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John Hitchens: A Collection of Early Paintings at Moncrieff Bray Gallery

John Hitchens: A Collection of Early Paintings

17 - 27 JULY

11.00am - 4.00pm

Together with gallery artists who celebrate the act of painting: Karen Bowers, Anthony Garratt, Mary Liddell, Philip Lyons, Maggie O’Brien, Stephen Palmer, Jemma Powell, Lucy Powell, Catharine Somerville, Paul Treasure, Sarah Warley Cummings, Vivienne Williams.

17 July to 27 July, Open Tuesday to Saturday 11 am – 4 pm

Opening Party,  Wednesday 17 July 1.30 to 6.30 pm

Summer Drinks Party, Saturday 20 July 3.0 pm – 7.0 pm  –  another chance to view the exhibition in the presence of the artists

John Hitchens grew up in Graffham, West Sussex and studied at Bath Academy of Art.  He was surrounded by art from his infancy.  His Grandfather, Alfred, (1861-1942) was a successful academic artist and his father, the modern British artist Ivon Hitchens (1893-1979) had his studio in the family home.

This exhibition brings together his work from the  1970s and 80s when he painted directly in the open air often on a large scale.  After painting more conventional compositions with a traditional horizon line he gradually realised that the sky, for so long the starting point for the mood of a painting, had in fact become a limitation.  He was searching for the compositional freedom to express the formation of the land with a vigorous, gestural means of expression.  These paintings saw him flattening the perspective to eliminate the sky and horizon and entering deep into the woodland, analyzing the shapes and patterns of trees, clearings, light and shade.

John painted throughout the seasons reflecting the changing colours of the Sussex countryside.  Continually searching and pushing the boundaries, John’s work has evolved into his current abstract style using a restricted range of earth pigments.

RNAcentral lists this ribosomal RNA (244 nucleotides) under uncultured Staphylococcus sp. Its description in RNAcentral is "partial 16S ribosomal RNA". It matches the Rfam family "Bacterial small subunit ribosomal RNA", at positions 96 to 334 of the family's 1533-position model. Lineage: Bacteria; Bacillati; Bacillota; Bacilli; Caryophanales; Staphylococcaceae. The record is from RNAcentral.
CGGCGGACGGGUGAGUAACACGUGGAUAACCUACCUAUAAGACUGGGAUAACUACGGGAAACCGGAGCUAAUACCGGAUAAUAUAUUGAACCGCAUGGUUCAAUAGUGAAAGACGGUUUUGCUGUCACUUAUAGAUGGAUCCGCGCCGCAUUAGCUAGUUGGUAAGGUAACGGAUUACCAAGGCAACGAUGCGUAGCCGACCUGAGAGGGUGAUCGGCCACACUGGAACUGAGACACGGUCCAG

These paintings provide a fascinating relationship to the current exhibition Ivon Hitchens: Space Through Colour at Pallant House Gallery, Chichester. Many were painted in the woods around Greenleaves where Ivon had his studio and where John now works.  The Far Wood at Greenleaves, Tegleaze Wood up on the South Downs, the view from Duncton Hill are all places John returned to over and over again.  Often he would start with a detailed painting that he would then refine and simplify in subsequent versions – painting in series.

John painted Ivon’s Studio a year after his father’s death.  Molly, Ivon’s wife had left it exactly as it was with all the props and John decided to record it in paint rather than photographing it.  In keeping with his technique for painting landscapes, he starts with a representative painting, refining the composition in subsequent versions to simplified abstract forms with large areas of unpainted canvas. These paintings show the west wall of Ivon’s studio with a door to the right and the view through to the garden at Greenleaves on the left.  John still owns the easel and the plaster cast, the chaise longue was acquired by one of Ivon’s clients, the Brazilian Ambassador, because he owned a painting in which it was included.  The large mirror frame was destroyed as it was riddled with woodworm.

The series provides a unique insight into John’s working technique and his response to a space he would have been so familiar with. He is able to render the complex spatial relationships with complete mastery, creating a lyrical balanced interior with broad sweeping brushstrokes.

Alongside John’s paintings we are showing works by our gallery artists which celebrate the act of painting.

Exhibition open: Tuesday – Saturday, 11am – 4pm